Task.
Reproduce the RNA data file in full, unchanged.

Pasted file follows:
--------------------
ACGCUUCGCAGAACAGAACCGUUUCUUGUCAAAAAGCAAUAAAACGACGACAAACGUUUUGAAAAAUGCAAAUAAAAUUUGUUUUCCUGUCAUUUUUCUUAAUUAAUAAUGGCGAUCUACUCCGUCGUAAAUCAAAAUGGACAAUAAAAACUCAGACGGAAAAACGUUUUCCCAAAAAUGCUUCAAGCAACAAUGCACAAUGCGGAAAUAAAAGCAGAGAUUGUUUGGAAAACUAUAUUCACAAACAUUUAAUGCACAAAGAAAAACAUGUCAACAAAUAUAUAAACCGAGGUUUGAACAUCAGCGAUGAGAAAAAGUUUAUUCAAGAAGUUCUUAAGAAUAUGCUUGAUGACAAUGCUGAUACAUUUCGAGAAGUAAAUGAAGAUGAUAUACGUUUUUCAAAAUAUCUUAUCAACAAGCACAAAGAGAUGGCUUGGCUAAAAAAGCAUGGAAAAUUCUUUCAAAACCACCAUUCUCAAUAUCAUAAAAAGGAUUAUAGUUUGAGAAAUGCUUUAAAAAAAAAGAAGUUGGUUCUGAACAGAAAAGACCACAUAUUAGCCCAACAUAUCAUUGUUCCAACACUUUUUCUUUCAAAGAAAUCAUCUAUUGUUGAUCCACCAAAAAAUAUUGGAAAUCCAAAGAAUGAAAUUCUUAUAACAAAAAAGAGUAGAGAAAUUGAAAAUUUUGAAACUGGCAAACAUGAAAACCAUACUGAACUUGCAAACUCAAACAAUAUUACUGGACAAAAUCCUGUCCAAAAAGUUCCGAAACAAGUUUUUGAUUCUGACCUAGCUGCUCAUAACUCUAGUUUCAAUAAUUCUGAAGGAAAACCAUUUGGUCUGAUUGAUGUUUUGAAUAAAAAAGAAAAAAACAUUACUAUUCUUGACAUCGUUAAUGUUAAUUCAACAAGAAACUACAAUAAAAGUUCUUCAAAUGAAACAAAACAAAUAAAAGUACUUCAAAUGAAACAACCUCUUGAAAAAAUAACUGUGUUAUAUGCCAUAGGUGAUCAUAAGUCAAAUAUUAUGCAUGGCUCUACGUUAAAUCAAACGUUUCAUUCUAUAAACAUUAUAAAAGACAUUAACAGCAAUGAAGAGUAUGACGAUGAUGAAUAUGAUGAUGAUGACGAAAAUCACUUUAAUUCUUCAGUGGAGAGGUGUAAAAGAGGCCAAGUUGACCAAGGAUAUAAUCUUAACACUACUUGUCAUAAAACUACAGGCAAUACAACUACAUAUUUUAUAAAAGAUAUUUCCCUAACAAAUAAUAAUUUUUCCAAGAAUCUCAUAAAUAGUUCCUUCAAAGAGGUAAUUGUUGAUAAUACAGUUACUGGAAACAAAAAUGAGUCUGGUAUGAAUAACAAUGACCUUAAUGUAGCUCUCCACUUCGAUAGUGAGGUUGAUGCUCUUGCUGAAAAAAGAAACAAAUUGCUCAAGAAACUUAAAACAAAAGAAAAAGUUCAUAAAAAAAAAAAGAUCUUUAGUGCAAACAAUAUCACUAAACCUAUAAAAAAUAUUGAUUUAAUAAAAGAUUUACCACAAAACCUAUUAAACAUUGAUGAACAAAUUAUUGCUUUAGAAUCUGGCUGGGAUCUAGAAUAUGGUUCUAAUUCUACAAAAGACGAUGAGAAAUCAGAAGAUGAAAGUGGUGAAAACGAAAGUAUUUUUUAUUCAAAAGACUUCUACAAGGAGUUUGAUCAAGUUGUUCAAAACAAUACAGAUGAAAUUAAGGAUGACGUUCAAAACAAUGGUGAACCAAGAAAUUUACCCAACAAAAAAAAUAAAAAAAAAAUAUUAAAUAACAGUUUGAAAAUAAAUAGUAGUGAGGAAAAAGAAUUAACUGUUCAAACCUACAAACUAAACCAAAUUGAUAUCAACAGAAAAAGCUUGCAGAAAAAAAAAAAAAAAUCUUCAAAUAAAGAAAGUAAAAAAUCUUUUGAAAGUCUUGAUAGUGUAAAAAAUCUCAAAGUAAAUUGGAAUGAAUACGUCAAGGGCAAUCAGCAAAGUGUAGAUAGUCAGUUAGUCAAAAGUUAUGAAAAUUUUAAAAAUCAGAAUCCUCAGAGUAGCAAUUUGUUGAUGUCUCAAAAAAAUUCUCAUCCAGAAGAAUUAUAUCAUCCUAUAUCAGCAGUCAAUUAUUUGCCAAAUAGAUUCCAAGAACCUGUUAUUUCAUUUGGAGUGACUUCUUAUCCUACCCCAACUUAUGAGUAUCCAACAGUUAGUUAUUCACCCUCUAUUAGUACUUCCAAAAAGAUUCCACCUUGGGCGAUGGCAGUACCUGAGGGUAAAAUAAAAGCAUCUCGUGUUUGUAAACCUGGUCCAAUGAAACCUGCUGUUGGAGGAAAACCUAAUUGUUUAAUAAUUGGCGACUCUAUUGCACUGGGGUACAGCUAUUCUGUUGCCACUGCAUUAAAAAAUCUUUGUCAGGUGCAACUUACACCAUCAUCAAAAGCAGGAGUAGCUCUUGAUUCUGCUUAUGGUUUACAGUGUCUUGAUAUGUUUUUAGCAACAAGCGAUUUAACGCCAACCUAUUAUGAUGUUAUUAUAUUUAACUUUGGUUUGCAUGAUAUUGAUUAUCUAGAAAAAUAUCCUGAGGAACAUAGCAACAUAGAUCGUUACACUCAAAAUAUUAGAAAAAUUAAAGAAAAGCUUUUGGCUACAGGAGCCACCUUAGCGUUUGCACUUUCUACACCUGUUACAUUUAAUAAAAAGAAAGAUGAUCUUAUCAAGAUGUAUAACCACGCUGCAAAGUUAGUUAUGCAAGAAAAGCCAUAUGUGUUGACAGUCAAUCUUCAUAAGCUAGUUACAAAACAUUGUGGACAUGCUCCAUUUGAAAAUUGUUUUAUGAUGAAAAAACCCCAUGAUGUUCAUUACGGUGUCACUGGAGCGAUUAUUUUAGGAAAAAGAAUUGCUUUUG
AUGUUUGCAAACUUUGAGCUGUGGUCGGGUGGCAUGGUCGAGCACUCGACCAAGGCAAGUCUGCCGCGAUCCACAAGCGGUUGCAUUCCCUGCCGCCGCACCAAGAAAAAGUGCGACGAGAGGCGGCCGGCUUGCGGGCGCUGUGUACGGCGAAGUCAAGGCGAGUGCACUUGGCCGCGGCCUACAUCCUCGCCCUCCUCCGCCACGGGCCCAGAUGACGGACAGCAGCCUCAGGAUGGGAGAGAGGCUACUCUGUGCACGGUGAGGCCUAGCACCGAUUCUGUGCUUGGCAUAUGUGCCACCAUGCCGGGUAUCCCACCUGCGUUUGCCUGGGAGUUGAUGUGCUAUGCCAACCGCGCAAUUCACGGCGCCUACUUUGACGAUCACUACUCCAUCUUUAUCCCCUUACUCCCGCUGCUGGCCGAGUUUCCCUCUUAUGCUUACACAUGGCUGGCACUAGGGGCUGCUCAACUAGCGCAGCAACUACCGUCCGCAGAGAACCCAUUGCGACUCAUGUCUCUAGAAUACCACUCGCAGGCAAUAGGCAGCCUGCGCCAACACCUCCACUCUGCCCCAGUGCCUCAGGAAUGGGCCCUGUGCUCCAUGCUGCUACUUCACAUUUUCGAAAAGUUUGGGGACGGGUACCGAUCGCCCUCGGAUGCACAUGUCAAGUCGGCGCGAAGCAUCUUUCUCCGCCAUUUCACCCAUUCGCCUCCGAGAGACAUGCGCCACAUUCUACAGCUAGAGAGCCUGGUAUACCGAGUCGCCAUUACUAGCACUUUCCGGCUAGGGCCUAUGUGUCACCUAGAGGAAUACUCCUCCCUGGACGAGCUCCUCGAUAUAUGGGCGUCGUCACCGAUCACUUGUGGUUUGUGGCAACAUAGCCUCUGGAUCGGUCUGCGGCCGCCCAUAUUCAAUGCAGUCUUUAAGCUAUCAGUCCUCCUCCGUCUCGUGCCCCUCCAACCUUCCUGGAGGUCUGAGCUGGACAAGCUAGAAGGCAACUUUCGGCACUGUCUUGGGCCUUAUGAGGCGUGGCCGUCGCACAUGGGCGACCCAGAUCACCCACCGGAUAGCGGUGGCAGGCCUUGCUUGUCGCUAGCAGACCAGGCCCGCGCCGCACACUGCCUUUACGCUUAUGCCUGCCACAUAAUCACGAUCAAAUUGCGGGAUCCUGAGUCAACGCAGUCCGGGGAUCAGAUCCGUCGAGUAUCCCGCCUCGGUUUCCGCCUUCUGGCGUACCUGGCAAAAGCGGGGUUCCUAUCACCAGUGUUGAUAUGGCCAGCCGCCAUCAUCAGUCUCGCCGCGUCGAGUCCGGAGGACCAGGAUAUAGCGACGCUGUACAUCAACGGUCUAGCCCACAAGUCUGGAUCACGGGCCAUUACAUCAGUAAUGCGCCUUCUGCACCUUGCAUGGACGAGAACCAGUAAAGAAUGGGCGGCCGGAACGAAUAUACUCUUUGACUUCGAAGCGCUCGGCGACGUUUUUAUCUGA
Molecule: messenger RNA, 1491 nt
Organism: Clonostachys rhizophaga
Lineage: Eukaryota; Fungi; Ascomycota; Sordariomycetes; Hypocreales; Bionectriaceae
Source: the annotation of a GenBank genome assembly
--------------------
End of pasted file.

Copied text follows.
ACGCUUCGCAGAACAGAACCGUUUCUUGUCAAAAAGCAAUAAAACGACGACAAACGUUUUGAAAAAUGCAAAUAAAAUUUGUUUUCCUGUCAUUUUUCUUAAUUAAUAAUGGCGAUCUACUCCGUCGUAAAUCAAAAUGGACAAUAAAAACUCAGACGGAAAAACGUUUUCCCAAAAAUGCUUCAAGCAACAAUGCACAAUGCGGAAAUAAAAGCAGAGAUUGUUUGGAAAACUAUAUUCACAAACAUUUAAUGCACAAAGAAAAACAUGUCAACAAAUAUAUAAACCGAGGUUUGAACAUCAGCGAUGAGAAAAAGUUUAUUCAAGAAGUUCUUAAGAAUAUGCUUGAUGACAAUGCUGAUACAUUUCGAGAAGUAAAUGAAGAUGAUAUACGUUUUUCAAAAUAUCUUAUCAACAAGCACAAAGAGAUGGCUUGGCUAAAAAAGCAUGGAAAAUUCUUUCAAAACCACCAUUCUCAAUAUCAUAAAAAGGAUUAUAGUUUGAGAAAUGCUUUAAAAAAAAAGAAGUUGGUUCUGAACAGAAAAGACCACAUAUUAGCCCAACAUAUCAUUGUUCCAACACUUUUUCUUUCAAAGAAAUCAUCUAUUGUUGAUCCACCAAAAAAUAUUGGAAAUCCAAAGAAUGAAAUUCUUAUAACAAAAAAGAGUAGAGAAAUUGAAAAUUUUGAAACUGGCAAACAUGAAAACCAUACUGAACUUGCAAACUCAAACAAUAUUACUGGACAAAAUCCUGUCCAAAAAGUUCCGAAACAAGUUUUUGAUUCUGACCUAGCUGCUCAUAACUCUAGUUUCAAUAAUUCUGAAGGAAAACCAUUUGGUCUGAUUGAUGUUUUGAAUAAAAAAGAAAAAAACAUUACUAUUCUUGACAUCGUUAAUGUUAAUUCAACAAGAAACUACAAUAAAAGUUCUUCAAAUGAAACAAAACAAAUAAAAGUACUUCAAAUGAAACAACCUCUUGAAAAAAUAACUGUGUUAUAUGCCAUAGGUGAUCAUAAGUCAAAUAUUAUGCAUGGCUCUACGUUAAAUCAAACGUUUCAUUCUAUAAACAUUAUAAAAGACAUUAACAGCAAUGAAGAGUAUGACGAUGAUGAAUAUGAUGAUGAUGACGAAAAUCACUUUAAUUCUUCAGUGGAGAGGUGUAAAAGAGGCCAAGUUGACCAAGGAUAUAAUCUUAACACUACUUGUCAUAAAACUACAGGCAAUACAACUACAUAUUUUAUAAAAGAUAUUUCCCUAACAAAUAAUAAUUUUUCCAAGAAUCUCAUAAAUAGUUCCUUCAAAGAGGUAAUUGUUGAUAAUACAGUUACUGGAAACAAAAAUGAGUCUGGUAUGAAUAACAAUGACCUUAAUGUAGCUCUCCACUUCGAUAGUGAGGUUGAUGCUCUUGCUGAAAAAAGAAACAAAUUGCUCAAGAAACUUAAAACAAAAGAAAAAGUUCAUAAAAAAAAAAAGAUCUUUAGUGCAAACAAUAUCACUAAACCUAUAAAAAAUAUUGAUUUAAUAAAAGAUUUACCACAAAACCUAUUAAACAUUGAUGAACAAAUUAUUGCUUUAGAAUCUGGCUGGGAUCUAGAAUAUGGUUCUAAUUCUACAAAAGACGAUGAGAAAUCAGAAGAUGAAAGUGGUGAAAACGAAAGUAUUUUUUAUUCAAAAGACUUCUACAAGGAGUUUGAUCAAGUUGUUCAAAACAAUACAGAUGAAAUUAAGGAUGACGUUCAAAACAAUGGUGAACCAAGAAAUUUACCCAACAAAAAAAAUAAAAAAAAAAUAUUAAAUAACAGUUUGAAAAUAAAUAGUAGUGAGGAAAAAGAAUUAACUGUUCAAACCUACAAACUAAACCAAAUUGAUAUCAACAGAAAAAGCUUGCAGAAAAAAAAAAAAAAAUCUUCAAAUAAAGAAAGUAAAAAAUCUUUUGAAAGUCUUGAUAGUGUAAAAAAUCUCAAAGUAAAUUGGAAUGAAUACGUCAAGGGCAAUCAGCAAAGUGUAGAUAGUCAGUUAGUCAAAAGUUAUGAAAAUUUUAAAAAUCAGAAUCCUCAGAGUAGCAAUUUGUUGAUGUCUCAAAAAAAUUCUCAUCCAGAAGAAUUAUAUCAUCCUAUAUCAGCAGUCAAUUAUUUGCCAAAUAGAUUCCAAGAACCUGUUAUUUCAUUUGGAGUGACUUCUUAUCCUACCCCAACUUAUGAGUAUCCAACAGUUAGUUAUUCACCCUCUAUUAGUACUUCCAAAAAGAUUCCACCUUGGGCGAUGGCAGUACCUGAGGGUAAAAUAAAAGCAUCUCGUGUUUGUAAACCUGGUCCAAUGAAACCUGCUGUUGGAGGAAAACCUAAUUGUUUAAUAAUUGGCGACUCUAUUGCACUGGGGUACAGCUAUUCUGUUGCCACUGCAUUAAAAAAUCUUUGUCAGGUGCAACUUACACCAUCAUCAAAAGCAGGAGUAGCUCUUGAUUCUGCUUAUGGUUUACAGUGUCUUGAUAUGUUUUUAGCAACAAGCGAUUUAACGCCAACCUAUUAUGAUGUUAUUAUAUUUAACUUUGGUUUGCAUGAUAUUGAUUAUCUAGAAAAAUAUCCUGAGGAACAUAGCAACAUAGAUCGUUACACUCAAAAUAUUAGAAAAAUUAAAGAAAAGCUUUUGGCUACAGGAGCCACCUUAGCGUUUGCACUUUCUACACCUGUUACAUUUAAUAAAAAGAAAGAUGAUCUUAUCAAGAUGUAUAACCACGCUGCAAAGUUAGUUAUGCAAGAAAAGCCAUAUGUGUUGACAGUCAAUCUUCAUAAGCUAGUUACAAAACAUUGUGGACAUGCUCCAUUUGAAAAUUGUUUUAUGAUGAAAAAACCCCAUGAUGUUCAUUACGGUGUCACUGGAGCGAUUAUUUUAGGAAAAAGAAUUGCUUUUG
AUGUUUGCAAACUUUGAGCUGUGGUCGGGUGGCAUGGUCGAGCACUCGACCAAGGCAAGUCUGCCGCGAUCCACAAGCGGUUGCAUUCCCUGCCGCCGCACCAAGAAAAAGUGCGACGAGAGGCGGCCGGCUUGCGGGCGCUGUGUACGGCGAAGUCAAGGCGAGUGCACUUGGCCGCGGCCUACAUCCUCGCCCUCCUCCGCCACGGGCCCAGAUGACGGACAGCAGCCUCAGGAUGGGAGAGAGGCUACUCUGUGCACGGUGAGGCCUAGCACCGAUUCUGUGCUUGGCAUAUGUGCCACCAUGCCGGGUAUCCCACCUGCGUUUGCCUGGGAGUUGAUGUGCUAUGCCAACCGCGCAAUUCACGGCGCCUACUUUGACGAUCACUACUCCAUCUUUAUCCCCUUACUCCCGCUGCUGGCCGAGUUUCCCUCUUAUGCUUACACAUGGCUGGCACUAGGGGCUGCUCAACUAGCGCAGCAACUACCGUCCGCAGAGAACCCAUUGCGACUCAUGUCUCUAGAAUACCACUCGCAGGCAAUAGGCAGCCUGCGCCAACACCUCCACUCUGCCCCAGUGCCUCAGGAAUGGGCCCUGUGCUCCAUGCUGCUACUUCACAUUUUCGAAAAGUUUGGGGACGGGUACCGAUCGCCCUCGGAUGCACAUGUCAAGUCGGCGCGAAGCAUCUUUCUCCGCCAUUUCACCCAUUCGCCUCCGAGAGACAUGCGCCACAUUCUACAGCUAGAGAGCCUGGUAUACCGAGUCGCCAUUACUAGCACUUUCCGGCUAGGGCCUAUGUGUCACCUAGAGGAAUACUCCUCCCUGGACGAGCUCCUCGAUAUAUGGGCGUCGUCACCGAUCACUUGUGGUUUGUGGCAACAUAGCCUCUGGAUCGGUCUGCGGCCGCCCAUAUUCAAUGCAGUCUUUAAGCUAUCAGUCCUCCUCCGUCUCGUGCCCCUCCAACCUUCCUGGAGGUCUGAGCUGGACAAGCUAGAAGGCAACUUUCGGCACUGUCUUGGGCCUUAUGAGGCGUGGCCGUCGCACAUGGGCGACCCAGAUCACCCACCGGAUAGCGGUGGCAGGCCUUGCUUGUCGCUAGCAGACCAGGCCCGCGCCGCACACUGCCUUUACGCUUAUGCCUGCCACAUAAUCACGAUCAAAUUGCGGGAUCCUGAGUCAACGCAGUCCGGGGAUCAGAUCCGUCGAGUAUCCCGCCUCGGUUUCCGCCUUCUGGCGUACCUGGCAAAAGCGGGGUUCCUAUCACCAGUGUUGAUAUGGCCAGCCGCCAUCAUCAGUCUCGCCGCGUCGAGUCCGGAGGACCAGGAUAUAGCGACGCUGUACAUCAACGGUCUAGCCCACAAGUCUGGAUCACGGGCCAUUACAUCAGUAAUGCGCCUUCUGCACCUUGCAUGGACGAGAACCAGUAAAGAAUGGGCGGCCGGAACGAAUAUACUCUUUGACUUCGAAGCGCUCGGCGACGUUUUUAUCUGA
Molecule: messenger RNA, 1491 nt
Organism: Clonostachys rhizophaga
Lineage: Eukaryota; Fungi; Ascomycota; Sordariomycetes; Hypocreales; Bionectriaceae
Source: the annotation of a GenBank genome assembly